Onkolyze: Leveraging ML to Offer Personalized Cancer Treatment
The fight against breast cancer has made progress over the past two decades, thanks to advances in treatment and screening. But while mortality rates from the disease have fallen for women over 50, they remain frustratingly steady for younger women.
One challenge is that the conventional mammogram doesn’t always catch the disease in younger women and those with dense breast tissue. Ultrasound is a more sensitive technique, but comes with its own issues. “The problem is that ultrasound images are very noisy and difficult to read,” says Rory Wilding, CEO of the Singapore-based startup Onkolyze. The accuracy of detection can vary from 60% to 88%, he says, depending on the radiologist’s level of experience.
Onkolyze brings heavy-duty computational power to bear on these pictures, leveraging AWS GPUs specifically built for complex machine learning algorithms, to give doctors a new tool for finding breast cancer as early as possible. “The goal isn’t to replace a radiologist, it’s to help them interpret more images,” he says. “They can use it to automatically go through the images, which the algorithm can classify, and then they can spend more time on borderline cases.”
The company was founded by Wilding, who has experience in both biomedical science and product design, and CTO Vivek Sheraton, who holds a PhD in cancer simulations, after they met through the Entrepreneur First accelerator. The team initially chose Google Cloud for their first builds, but migrated to AWS due to its service flexibility and depth of ML offerings for the biotech field.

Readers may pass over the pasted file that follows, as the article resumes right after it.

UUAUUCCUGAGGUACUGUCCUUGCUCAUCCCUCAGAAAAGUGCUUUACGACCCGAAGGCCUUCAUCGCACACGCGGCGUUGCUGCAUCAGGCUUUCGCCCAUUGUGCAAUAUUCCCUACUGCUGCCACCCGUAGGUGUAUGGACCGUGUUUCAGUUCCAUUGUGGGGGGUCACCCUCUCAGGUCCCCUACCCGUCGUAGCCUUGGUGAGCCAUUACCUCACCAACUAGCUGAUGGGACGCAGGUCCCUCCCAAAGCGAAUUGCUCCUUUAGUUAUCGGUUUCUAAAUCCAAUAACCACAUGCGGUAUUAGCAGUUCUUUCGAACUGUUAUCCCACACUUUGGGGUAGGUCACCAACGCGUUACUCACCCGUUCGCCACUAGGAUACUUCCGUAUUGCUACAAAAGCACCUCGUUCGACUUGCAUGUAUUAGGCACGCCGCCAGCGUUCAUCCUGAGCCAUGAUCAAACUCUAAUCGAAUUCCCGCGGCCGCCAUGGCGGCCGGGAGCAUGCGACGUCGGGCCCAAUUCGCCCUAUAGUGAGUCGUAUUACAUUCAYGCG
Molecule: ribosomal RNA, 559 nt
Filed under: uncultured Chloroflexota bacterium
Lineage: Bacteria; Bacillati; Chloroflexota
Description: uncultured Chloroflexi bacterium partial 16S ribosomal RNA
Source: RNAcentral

At the beginning, the Onkolyze team started small with their testing, as getting the first use cases off the ground meant waiting for real-world results to come in from patients. Partnering with AWS meant they only had to pay for the resources they used, saving the early-stage startup time and money.
When they did receive validation from real-world tests and flipped the switch, the servers delivered. “You need heavy computation power, and if you’re waiting for results, it’s basically wasted time,” says Wilding. “If you can run algorithms quicker and you’ve got more computing power available, it means we can run more iterations with our experiments.”
Those efforts are already helping radiologists screen for breast cancer through partnerships with hospitals and universities in places like the United Kingdom, India, and Singapore. But the company isn’t just focused on better cancer screening. Wilding says that the vision for Onkolyze’s technology is to reimagine the entire treatment process—to create a kind of “flight simulator” for oncologists.
Many cancer treatment plans are standardized, using trial and error to apply the most generally effective treatments. Recent research shows that these treatment cycles can be personalized for each patient, but that can be a computationally heavy process.
Onkolyze’s goal is to take information from the biopsy and the “microenvironment” around the tumor, and create a three-dimensional avatar of the tumor with the patient’s specific biological data. From there, doctors can simulate the effects of various chemotherapy regimes, with different dosages, cycles, and sequences.
“We’ll continue to do R&D and basic research using compute power provided by AWS to help improve the chemotherapy treatment process,” says Wilding. “We would like to see a world where someone can go to the doctor and they’re getting the best possible treatment strategy for their cancer.”